There's a 1970s segment. Children have grown up into psychos, only for even more out-of-control children to have come along. There's a criminal gang whose members probably haven't all reached puberty. What happens to them is ugly and vile. However it's not a pit of moral degradation. "I couldn't do it. He was such a cool guy."
There's a 1980s segment. Oh, and there's also a worried chicken right at the beginning, in a scene that might as well be captioned "metaphor for the main character's life" in flashing neon subtitles.
Then, after that, the film steps up a gear. There's a drug war, which escalates from a simple beginning to last a length of time that boggles the mind. A year? A whole year? There's collateral damage and the murder of innocents. Good men drift across the line that separates them from bad men. "I'm not a hood." The police are as bad as any gangster, yet the film isn't without rough natural justice. Murder will be remembered and, perhaps, paid back in kind, even if the murderer forgets.
What makes the film important is its realism. It's full of amateur actors, all of whom were recruited from favelas in Rio de Janeiro. Some actually lived in Cidade de Deus itself. After filming, the crew couldn't let the cast return to their old slum-dwelling lives, so help groups were set up to help everyone in the production build better lives for themselves. Many of its scenes were unscripted, such as the last shot of the film (the boy losing his slipper) or the scene where the gang prays before the war. One of the actors asked the director if the group wasn't going to pray, because the real gang he'd been in had always used to pray before any important confrontation with their enemies. The director told the boy to lead the prayer and included it in the movie.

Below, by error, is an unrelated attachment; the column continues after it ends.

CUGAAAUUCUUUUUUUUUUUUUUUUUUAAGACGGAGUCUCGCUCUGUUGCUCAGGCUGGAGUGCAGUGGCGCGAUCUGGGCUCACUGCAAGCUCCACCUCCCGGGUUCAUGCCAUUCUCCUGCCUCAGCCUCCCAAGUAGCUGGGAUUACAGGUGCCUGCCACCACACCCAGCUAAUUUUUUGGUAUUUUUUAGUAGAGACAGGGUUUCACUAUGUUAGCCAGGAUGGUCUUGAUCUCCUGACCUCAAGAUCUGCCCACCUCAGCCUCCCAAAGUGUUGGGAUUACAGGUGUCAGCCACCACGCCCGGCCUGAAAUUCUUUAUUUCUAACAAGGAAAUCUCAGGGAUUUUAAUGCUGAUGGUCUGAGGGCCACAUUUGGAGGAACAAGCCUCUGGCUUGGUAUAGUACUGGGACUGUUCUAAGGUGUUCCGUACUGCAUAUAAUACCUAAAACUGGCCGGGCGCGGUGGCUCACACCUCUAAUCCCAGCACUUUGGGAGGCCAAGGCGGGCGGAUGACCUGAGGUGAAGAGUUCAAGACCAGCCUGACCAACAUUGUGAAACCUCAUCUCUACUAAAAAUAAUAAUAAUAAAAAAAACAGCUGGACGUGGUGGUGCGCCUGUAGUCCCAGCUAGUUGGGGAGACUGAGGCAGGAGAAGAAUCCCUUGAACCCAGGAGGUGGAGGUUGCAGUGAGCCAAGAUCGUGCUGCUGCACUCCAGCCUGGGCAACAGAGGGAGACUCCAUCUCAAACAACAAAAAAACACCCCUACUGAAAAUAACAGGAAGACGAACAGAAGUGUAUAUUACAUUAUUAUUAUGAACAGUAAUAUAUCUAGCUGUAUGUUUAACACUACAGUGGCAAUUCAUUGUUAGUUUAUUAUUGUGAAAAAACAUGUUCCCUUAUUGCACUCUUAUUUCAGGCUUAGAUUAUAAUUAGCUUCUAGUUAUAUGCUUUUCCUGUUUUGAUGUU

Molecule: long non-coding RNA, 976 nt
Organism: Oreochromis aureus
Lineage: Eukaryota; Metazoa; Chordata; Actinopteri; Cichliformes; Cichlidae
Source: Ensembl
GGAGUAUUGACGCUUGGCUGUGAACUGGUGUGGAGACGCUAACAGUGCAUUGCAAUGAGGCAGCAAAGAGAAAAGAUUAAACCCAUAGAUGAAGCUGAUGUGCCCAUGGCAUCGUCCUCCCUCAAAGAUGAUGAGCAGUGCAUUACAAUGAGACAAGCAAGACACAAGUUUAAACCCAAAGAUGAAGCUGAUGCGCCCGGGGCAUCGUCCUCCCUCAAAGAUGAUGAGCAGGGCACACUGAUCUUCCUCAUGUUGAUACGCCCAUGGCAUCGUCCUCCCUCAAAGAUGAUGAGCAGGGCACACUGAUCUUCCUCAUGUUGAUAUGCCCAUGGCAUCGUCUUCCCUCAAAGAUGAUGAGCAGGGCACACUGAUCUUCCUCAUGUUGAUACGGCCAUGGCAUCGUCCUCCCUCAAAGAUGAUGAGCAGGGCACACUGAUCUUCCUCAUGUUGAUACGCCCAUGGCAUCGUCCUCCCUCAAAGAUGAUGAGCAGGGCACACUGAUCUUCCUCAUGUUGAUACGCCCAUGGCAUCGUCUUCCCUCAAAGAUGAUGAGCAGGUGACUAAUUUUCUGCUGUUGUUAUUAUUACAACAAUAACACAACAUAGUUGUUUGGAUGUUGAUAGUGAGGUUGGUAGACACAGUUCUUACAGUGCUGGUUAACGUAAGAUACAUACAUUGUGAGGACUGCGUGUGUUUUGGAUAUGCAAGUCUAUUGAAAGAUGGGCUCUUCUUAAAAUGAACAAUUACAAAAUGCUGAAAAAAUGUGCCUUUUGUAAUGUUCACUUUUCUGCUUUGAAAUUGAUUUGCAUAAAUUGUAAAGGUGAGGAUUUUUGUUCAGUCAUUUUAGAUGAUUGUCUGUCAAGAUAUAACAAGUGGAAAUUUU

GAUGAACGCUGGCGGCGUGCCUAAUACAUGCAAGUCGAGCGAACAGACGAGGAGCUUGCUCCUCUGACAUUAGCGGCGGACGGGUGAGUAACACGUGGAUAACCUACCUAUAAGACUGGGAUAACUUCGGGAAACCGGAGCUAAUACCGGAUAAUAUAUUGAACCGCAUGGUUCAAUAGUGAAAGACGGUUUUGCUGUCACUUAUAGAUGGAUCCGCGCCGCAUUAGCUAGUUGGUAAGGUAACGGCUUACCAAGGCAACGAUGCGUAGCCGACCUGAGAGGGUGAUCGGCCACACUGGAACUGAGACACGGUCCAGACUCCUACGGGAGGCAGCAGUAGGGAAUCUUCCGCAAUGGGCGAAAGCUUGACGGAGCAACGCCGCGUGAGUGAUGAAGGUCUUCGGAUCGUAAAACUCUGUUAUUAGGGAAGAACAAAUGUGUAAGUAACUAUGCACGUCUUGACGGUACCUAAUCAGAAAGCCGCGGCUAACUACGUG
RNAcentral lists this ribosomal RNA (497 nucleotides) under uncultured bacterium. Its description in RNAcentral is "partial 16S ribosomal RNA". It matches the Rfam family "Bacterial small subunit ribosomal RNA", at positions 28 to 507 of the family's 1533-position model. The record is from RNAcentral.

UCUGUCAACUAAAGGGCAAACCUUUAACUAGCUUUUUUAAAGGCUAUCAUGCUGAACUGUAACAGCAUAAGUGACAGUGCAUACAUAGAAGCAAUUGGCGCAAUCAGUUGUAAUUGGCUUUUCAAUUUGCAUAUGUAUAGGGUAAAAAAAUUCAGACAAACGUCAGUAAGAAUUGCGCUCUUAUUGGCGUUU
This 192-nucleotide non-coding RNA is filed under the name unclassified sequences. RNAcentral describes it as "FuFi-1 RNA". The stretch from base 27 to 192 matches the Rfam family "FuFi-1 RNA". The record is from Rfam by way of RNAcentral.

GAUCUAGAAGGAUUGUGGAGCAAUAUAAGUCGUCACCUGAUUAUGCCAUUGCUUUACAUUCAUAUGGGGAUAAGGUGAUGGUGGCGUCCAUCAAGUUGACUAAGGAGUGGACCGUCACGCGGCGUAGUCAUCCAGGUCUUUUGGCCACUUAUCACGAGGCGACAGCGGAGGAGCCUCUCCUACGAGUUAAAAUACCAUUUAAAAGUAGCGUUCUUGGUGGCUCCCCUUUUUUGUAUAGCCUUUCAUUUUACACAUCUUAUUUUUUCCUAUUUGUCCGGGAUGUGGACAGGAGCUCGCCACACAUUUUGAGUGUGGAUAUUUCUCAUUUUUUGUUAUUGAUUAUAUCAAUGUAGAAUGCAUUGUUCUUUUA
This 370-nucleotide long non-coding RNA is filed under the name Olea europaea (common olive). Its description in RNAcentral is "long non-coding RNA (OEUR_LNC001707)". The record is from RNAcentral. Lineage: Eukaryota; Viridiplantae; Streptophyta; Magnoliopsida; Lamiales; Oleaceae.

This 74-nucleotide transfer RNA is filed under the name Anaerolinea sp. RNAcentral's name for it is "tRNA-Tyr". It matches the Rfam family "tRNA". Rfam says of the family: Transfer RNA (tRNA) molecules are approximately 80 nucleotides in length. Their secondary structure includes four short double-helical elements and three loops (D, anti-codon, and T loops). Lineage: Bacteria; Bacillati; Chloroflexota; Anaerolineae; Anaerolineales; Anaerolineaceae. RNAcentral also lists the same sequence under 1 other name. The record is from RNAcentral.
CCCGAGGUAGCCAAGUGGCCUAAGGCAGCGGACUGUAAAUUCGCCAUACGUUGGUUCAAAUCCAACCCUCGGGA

The film wasn't shot in Cidade de Deus itself, mind you. That would have been too dangerous. It was shot in a neighouring, slightly safer area, but even there, the director later said that if he'd known the dangers of filming in a Rio favela, he wouldn't have made this movie. Nonetheless there's only a thin line between this fiction and the reality it was based on. Characters have real-life equivalents and sometimes the relatives of those originals make cameo appearances in the movie.
This is a strong film, but it also has a lightness of touch that I think would have escaped many filmmakers. There music has joi de vivre, for instance. It's a story of young people. They're capable of being immature and even ridiculous, as with their delight in getting their photos taken. It's powerful, but not gruelling. To quite an extent, it's real people documenting their lives and history, in a way that's dissimilar from the expected Very Serious Drama you'd expect on this kind of subject. It's not pumped up for maximum impact. It just is. It's telling it as it was. The shot of dead bodies lying on blocks of concrete is recreating an award-winning photograph from that drug war, for instance, but the director's not clubbing us over the head with it. It's a film of life, colour and distressingly young criminals. It's also important.
"Are you crazy? You're just a kid."
"A kid? I smoke, snort. I've killed and robbed. I'm a man."